thumbnail Fig. 1

Iraq-Missan Oil Company – Missan oil fields operation division/process flow diagram of Sulfur Removal Unit (SRU).

The amine solution with acid gas leaves the bottom of the absorber column. Then, it was sent to the amine flash drum. It is a three-phase separator designed for removing the dissolved gas and entrained liquid hydrocarbons. The flashed gas containing some H2S is treated using a small packed section and recovered as fuel gas. The rich amine solution from the amine flash drum then passes through the rich amine filter. After that, the rich amine solution inlet to the rich amine/lean amine heat exchanger to preheat the rich solution to the regenerator, typically a plate and frame heat exchanger, to about 90–100 °C. The high temperature of the regenerated solution (lean solution), which comes from the bottom of the regenerator tower and passes through the amine/amine exchanger, is used to heat the rich amine solution before entering the regenerator tower.

The rich amine leaves the amine/amine exchanger to enter the top of the regenerator tower and goes down to the counter current with acid vapor (impurities of the gases and water vapor are separated) and heated in the regenerator tower, stripped of acid gases and produce a hot lean amine. The reboiler is connected with the regenerator tower; it’s a shell and tube heat exchanger to heating the rich amine solution to produce energy. So, the reverse chemical reaction is done to remove acid gas from the rich amine solution. The acid vapor generates for deleting the acid gas from the solution.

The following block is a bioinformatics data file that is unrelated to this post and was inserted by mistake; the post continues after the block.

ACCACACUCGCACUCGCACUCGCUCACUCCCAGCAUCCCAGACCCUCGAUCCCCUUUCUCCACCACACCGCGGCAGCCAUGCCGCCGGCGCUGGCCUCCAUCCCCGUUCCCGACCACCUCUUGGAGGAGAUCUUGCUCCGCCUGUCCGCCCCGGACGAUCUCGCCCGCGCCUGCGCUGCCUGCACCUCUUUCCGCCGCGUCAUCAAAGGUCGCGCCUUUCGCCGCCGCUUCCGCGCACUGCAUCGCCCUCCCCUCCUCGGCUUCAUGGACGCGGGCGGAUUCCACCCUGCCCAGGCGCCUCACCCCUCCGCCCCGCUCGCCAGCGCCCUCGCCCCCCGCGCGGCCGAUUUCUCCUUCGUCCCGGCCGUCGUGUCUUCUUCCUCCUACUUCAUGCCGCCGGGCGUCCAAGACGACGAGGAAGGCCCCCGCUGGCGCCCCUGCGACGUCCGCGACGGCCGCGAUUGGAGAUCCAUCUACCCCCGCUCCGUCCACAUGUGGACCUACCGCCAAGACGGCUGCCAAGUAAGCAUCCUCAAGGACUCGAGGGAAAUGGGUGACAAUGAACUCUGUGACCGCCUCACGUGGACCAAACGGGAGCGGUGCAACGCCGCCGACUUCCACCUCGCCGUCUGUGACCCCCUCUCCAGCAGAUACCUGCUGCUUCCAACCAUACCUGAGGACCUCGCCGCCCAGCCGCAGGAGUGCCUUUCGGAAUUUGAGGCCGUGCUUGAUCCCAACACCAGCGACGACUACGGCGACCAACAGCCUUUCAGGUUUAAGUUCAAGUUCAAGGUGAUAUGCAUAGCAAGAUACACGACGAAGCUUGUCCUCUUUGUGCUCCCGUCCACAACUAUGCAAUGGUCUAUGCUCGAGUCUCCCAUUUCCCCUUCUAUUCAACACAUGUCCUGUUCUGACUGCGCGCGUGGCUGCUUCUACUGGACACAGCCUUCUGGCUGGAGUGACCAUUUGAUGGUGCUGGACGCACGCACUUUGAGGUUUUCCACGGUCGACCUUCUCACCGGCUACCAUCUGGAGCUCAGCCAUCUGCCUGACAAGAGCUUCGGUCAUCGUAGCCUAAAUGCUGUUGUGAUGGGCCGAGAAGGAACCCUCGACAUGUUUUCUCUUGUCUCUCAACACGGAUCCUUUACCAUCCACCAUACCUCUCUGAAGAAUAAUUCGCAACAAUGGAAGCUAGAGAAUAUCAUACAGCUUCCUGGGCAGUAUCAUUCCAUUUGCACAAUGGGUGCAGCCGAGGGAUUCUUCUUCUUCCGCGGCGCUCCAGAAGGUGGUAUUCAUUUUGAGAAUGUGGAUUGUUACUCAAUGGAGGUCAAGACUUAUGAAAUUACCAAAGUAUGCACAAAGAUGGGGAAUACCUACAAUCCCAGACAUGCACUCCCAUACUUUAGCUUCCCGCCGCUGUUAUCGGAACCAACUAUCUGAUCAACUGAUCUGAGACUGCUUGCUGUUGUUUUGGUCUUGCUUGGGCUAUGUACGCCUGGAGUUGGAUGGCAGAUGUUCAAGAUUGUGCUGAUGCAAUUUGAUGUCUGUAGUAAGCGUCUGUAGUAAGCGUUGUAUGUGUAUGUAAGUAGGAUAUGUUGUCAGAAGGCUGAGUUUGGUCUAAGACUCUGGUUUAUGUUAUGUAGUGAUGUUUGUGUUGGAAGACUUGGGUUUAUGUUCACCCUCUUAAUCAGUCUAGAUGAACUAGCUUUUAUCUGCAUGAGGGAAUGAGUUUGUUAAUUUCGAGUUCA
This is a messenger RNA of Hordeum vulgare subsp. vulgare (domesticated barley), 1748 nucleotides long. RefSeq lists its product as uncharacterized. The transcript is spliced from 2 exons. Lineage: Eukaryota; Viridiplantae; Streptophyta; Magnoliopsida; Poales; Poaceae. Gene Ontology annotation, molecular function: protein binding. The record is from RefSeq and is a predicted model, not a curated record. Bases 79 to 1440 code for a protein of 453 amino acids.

3 Procedure of our simulation

The first step in our simulation is setting up the fluid package which is combination of the component list as shown in Table 1 that will be used in the simulation and including all the components used in the process associated with a property package and that will be acid gas–chemical solvents package in our simulation. This package is based on the Electrolyte NRTL model (eNRTL) for electrolyte thermodynamics and Peng–Robinson Equation of State for vapor phase properties. Regression has been performed with available VLE and heat of absorption data for many amine solvents, including all major amine solvents used in the industry, such as: MDEA, MEA, Sulfolane–MDEA. Then, the feed sour natural gas stream of sulfur removal plant was defined with specific temperature, pressure and flow rate (45 °C, 4 MPag, 71 Mmscfd) with the feed composition based on mole fraction, is given in Table 1. This feed gas enters to the filter separator of feed gas (FIL-621101), vertical vessel with 90 kPa of pressure drop for vapor outlet. Then, the vapor outlet enters from bottom of absorber tower, while lean amine solvent was defined as top feed of absorption tower. The lean amine solvent stream was defined (MDEA amine solution) with specific temperature, pressure and mass flow rate (50.92 °C, 4298.24 MPag, 117199.39 kg/h, respectively). 45% (by weight) MDEA & 55% H2O solution was used in this work.

Table 1

The compositions of the feed gas.